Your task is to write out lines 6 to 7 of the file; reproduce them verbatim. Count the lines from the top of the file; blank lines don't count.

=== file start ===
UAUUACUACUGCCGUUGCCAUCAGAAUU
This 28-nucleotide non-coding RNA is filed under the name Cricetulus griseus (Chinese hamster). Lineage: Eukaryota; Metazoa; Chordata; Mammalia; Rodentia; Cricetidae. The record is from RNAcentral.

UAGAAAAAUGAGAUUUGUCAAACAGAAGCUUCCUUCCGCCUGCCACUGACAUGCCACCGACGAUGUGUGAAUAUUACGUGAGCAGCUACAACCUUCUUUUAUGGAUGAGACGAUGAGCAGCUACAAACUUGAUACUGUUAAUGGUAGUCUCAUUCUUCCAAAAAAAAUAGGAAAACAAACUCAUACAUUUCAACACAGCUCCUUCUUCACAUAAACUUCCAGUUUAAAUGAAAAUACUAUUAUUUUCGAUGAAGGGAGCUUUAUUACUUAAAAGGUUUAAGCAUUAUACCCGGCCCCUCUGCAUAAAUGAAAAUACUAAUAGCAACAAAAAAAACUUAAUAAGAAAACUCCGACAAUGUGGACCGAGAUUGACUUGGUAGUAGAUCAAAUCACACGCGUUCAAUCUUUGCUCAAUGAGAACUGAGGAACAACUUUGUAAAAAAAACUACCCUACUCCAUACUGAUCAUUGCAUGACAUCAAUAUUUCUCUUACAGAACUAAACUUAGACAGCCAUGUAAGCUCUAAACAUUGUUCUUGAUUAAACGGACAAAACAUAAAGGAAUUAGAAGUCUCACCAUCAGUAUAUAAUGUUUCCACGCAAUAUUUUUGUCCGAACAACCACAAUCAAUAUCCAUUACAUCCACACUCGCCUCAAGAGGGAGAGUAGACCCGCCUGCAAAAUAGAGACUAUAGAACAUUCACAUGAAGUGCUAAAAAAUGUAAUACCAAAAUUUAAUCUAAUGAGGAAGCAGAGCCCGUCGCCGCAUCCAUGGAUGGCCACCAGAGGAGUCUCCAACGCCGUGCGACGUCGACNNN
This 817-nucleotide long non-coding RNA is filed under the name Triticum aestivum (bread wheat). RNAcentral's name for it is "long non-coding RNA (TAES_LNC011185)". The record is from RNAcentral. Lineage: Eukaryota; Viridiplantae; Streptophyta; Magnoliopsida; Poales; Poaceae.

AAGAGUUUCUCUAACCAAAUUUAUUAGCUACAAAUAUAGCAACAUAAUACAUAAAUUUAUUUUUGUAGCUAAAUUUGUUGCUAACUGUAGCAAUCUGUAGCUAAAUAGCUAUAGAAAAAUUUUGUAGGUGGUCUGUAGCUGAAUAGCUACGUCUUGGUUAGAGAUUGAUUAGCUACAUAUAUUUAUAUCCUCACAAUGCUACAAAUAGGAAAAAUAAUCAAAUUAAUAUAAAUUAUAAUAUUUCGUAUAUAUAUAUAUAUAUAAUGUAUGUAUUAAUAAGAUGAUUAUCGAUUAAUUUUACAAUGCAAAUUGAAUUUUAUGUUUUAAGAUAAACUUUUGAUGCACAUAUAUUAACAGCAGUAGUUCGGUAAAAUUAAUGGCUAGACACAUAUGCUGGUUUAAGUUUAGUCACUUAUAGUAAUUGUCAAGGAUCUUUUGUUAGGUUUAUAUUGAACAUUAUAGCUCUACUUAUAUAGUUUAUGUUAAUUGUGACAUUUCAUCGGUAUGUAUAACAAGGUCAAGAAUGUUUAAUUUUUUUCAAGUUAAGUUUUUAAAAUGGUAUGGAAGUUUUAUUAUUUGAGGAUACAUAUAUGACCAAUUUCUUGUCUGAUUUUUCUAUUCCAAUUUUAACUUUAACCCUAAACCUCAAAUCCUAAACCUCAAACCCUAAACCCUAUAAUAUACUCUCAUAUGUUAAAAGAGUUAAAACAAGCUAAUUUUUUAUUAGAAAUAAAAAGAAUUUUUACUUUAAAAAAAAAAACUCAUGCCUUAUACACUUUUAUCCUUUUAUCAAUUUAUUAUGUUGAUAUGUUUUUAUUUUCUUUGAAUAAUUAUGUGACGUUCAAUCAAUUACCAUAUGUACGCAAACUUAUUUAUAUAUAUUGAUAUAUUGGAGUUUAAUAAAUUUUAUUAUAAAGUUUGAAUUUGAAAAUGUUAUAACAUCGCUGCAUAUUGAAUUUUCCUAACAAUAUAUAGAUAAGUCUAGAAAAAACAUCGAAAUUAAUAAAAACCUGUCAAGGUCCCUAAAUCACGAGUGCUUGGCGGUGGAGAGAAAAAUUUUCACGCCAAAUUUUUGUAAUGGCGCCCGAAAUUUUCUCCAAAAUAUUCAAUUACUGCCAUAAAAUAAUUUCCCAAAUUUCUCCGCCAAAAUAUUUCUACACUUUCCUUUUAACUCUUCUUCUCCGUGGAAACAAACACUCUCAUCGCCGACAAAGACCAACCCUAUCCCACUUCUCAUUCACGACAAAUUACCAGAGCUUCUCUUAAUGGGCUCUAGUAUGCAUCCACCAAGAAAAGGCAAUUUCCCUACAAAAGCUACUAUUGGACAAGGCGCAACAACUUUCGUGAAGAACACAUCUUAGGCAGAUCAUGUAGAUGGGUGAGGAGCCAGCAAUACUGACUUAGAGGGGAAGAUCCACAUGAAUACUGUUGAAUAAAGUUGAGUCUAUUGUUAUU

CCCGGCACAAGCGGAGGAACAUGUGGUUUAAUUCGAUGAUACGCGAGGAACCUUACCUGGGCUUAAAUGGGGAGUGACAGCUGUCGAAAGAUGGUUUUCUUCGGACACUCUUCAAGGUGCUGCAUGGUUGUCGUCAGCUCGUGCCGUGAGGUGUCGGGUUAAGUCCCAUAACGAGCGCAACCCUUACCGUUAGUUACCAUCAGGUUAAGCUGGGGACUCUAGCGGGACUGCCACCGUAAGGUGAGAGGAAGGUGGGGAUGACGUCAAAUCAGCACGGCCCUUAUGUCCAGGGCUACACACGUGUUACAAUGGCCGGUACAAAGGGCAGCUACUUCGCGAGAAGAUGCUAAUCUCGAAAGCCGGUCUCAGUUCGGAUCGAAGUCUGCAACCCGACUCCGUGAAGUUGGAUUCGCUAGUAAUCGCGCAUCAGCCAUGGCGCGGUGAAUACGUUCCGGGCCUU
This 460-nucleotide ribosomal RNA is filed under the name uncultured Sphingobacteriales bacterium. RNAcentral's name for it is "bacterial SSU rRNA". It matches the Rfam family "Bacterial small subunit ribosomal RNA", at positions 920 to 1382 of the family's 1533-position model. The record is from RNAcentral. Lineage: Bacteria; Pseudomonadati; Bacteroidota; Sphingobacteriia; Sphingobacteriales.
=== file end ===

CCCGGCACAAGCGGAGGAACAUGUGGUUUAAUUCGAUGAUACGCGAGGAACCUUACCUGGGCUUAAAUGGGGAGUGACAGCUGUCGAAAGAUGGUUUUCUUCGGACACUCUUCAAGGUGCUGCAUGGUUGUCGUCAGCUCGUGCCGUGAGGUGUCGGGUUAAGUCCCAUAACGAGCGCAACCCUUACCGUUAGUUACCAUCAGGUUAAGCUGGGGACUCUAGCGGGACUGCCACCGUAAGGUGAGAGGAAGGUGGGGAUGACGUCAAAUCAGCACGGCCCUUAUGUCCAGGGCUACACACGUGUUACAAUGGCCGGUACAAAGGGCAGCUACUUCGCGAGAAGAUGCUAAUCUCGAAAGCCGGUCUCAGUUCGGAUCGAAGUCUGCAACCCGACUCCGUGAAGUUGGAUUCGCUAGUAAUCGCGCAUCAGCCAUGGCGCGGUGAAUACGUUCCGGGCCUU
This 460-nucleotide ribosomal RNA is filed under the name uncultured Sphingobacteriales bacterium. RNAcentral's name for it is "bacterial SSU rRNA". It matches the Rfam family "Bacterial small subunit ribosomal RNA", at positions 920 to 1382 of the family's 1533-position model. The record is from RNAcentral. Lineage: Bacteria; Pseudomonadati; Bacteroidota; Sphingobacteriia; Sphingobacteriales.